Manual attempts at removal may lead to further impaction in the ear canal

New York – When ear wax builds up to the point of causing symptoms, people should turn to their doctors rather than the old-fashioned cotton swab, according to new guidelines.

About 12 million Americans visit the doctor each year complaining of ear wax buildup. The new guidelines, issued by the American Academy of Otolaryngology-Head and Neck Surgery Foundation (AAO-HNSF), are the first comprehensive recommendations to help doctors determine which patients need treatment, and which treatment are best.

Ear wax – known medically as cerumen – is normal and necessary for healthy ears, the guidelines stress. Despite its name, ear wax is not “wax”, but a mixture of secretions from the outer ear, along with dead skin cells and hair. It helps protect the ear, acting a self-cleaning agent with lubricating and antibacterial properties. Usually, the body takes care of excessive ear wax on its own; older ear wax is continually being transported from the ear canal – assisted by motions of the jaw, such as chewing – to the ear opening, where it dries out. Sometimes, however, it accumulates inside the ear to the point where it causes an impaction and symptoms such including hearing loss, “ringing” in the ears, pain or a feeling of fullness in the ear. In these cases, a trip to the doctor may be in order.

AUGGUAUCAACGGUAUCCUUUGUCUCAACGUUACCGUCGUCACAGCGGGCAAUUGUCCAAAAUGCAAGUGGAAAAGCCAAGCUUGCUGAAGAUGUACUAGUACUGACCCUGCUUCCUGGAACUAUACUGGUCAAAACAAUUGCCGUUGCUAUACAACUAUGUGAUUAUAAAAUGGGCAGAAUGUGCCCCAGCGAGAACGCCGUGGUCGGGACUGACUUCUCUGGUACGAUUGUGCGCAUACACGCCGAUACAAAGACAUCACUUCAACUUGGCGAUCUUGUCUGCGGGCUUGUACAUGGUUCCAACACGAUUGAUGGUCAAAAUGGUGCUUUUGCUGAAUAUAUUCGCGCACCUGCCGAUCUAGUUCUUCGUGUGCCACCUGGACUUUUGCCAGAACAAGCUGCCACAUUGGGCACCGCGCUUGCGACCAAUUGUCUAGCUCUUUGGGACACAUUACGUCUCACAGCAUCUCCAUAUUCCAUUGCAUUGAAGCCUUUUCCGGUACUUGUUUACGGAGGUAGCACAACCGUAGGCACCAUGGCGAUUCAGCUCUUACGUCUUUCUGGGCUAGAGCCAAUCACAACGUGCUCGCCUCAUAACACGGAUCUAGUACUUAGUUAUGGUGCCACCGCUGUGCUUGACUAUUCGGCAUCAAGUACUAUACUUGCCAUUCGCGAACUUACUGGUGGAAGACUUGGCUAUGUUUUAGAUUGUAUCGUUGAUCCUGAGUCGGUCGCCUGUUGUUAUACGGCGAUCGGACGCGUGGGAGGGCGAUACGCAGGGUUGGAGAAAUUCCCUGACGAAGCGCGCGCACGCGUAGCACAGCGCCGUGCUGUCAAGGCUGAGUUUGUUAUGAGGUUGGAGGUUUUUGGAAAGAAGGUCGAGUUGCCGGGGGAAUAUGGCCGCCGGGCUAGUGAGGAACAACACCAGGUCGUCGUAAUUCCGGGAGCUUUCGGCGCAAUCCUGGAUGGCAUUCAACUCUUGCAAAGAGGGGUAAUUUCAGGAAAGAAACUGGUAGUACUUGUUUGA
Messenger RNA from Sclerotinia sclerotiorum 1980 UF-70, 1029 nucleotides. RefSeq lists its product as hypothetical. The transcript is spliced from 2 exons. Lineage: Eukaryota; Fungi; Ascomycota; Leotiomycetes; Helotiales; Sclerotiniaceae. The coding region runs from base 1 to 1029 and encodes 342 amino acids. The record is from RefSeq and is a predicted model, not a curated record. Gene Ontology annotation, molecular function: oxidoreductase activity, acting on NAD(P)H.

“Unfortunately, many people feel the need to manually ┬┤remove┬┤cerumen from the ears,” Dr. Peter Roland, the lead author of the new guidelines, said in a statement.” This can result in further impaction and other complications to the ear canal.”

Effective treatments include wax-dissolving agents and ear “irrigation”, where a doctor uses a jet of warm water to flush out the wax. In some cases, such as when a patient has a narrow ear canal or eardrum perforation, the doctor may need to use special instruments to manually remove the ear wax.

People should not use cotton swabs, which tend to only push the wax farther into the ear, according to the AAO-HNSF. They should also avoid home “oral jet irrigators” and so-called ear candling, which involves inserting a hollow coneshaped device into the ear canal and ligthing the expose end.

There are no proven ways to prevent ear wax impaction, according to the guidelines. But people at high risk of the problem – such as those with hearing aids and anyone who has had an impaction in the past – may want to visit their doctor every six to 12 months for routine cleaning. “The complications from cerumen impaction can be painful and ongoing, including infections and hearing loss,” Roland said. “It is hoped that these guidelines will give clinicians the tools they need to spot an issue early and avoid serious outcomes.”

Source: Otolaryngology – Head and Neck Surgery.

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